Lots to discuss here.
(1) Is Peppard’s analysis true?
(2) Are preachers too insensitive to the realities of the congregation?
(3) Do people choose churches on the basis of the preaching?
(4) What do you think of sticking to one text in Scripture?
From the pew, here’s what I want to yell at every preacher in the pulpit: You have no idea of the spiritual hunger out here. Almost every sermon is a missed opportunity.
When you look out at your congregation, no matter how small, if there is anyone between the ages of 18 and 55 out there, you need to imagine what they did to get to that pew that day. They fought the pressures of their work schedule, which for most of them is out of their control. They pushed back against the busyness of their children’s schedules. Perhaps they told their son or daughter that they’d need to be late to the soccer game because of church at 11:00, and that caused a fight not yet resolved. Perhaps their family had an argument that very morning about whether to go to church at all or make the drive to visit grandma instead.
And this is just a normal week, not to mention the ones where a job was lost, a friend imperiled, a roof leaked, a spouse hit bottom, a child pulled away, a parent fell ill, an injustice unrectified, a mortgage past due, a dream crushed, a business shuttered. This is not to mention the solitary soul that for indiscernible reasons just decided that day, after many years, to walk back through those doors and slip into the back pew. A still, small voice calling, a spirit welling up to new life within, waiting, hanging on every word from the pulpit, aching for a breath.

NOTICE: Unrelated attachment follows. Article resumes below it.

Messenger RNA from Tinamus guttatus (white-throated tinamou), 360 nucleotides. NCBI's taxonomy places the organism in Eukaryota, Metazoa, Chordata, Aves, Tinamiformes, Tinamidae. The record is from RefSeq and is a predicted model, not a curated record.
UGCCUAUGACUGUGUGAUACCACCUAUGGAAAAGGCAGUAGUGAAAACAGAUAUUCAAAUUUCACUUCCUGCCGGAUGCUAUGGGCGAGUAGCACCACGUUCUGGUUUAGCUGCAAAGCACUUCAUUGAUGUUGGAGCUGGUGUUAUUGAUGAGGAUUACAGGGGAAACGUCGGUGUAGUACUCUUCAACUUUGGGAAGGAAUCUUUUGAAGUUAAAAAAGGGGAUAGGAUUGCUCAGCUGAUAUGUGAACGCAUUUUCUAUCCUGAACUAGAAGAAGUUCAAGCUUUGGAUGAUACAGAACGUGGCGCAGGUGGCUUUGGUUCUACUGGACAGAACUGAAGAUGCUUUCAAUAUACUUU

Then, moments later, strangled. The spirit quenched, the soul starved. The pew empty, the door shut.
For those who stay put, the mind wanders within minutes. Should have stayed home and worked on the roof. Could have avoided that fight with my son about soccer. Would have rather taken the day trip to visit those relatives. What will I eat for lunch.
Within minutes, you’ve lost us. But don’t just take my word for it. A recent study from the Pew Research Center demonstrates that the quality of sermons is the single most important factor in attracting people to church….
First, do no harm from the pulpit. Don’t ask for money. Don’t trivialize the moment by doing church announcements. Don’t ever be misogynistic. In fact, never demean anyone from the pulpit.
Choose one reading to bring to life. As the long-time professor of homiletics at Yale Divinity School, David Bartlett, once said, “A select few of the great sermons I’ve heard in my life were about multiple readings, but all of the worst sermons were.” If one of the day’s readings tells a story, you’re better off choosing that one. That’s what we remember best from the readings we just heard.
Stick to the basics. God loves us. Strive for justice. Ask for mercy, and grant it. Follow saintly examples.Tell a story or two. Activate our spiritual imaginations for those few minutes of the week.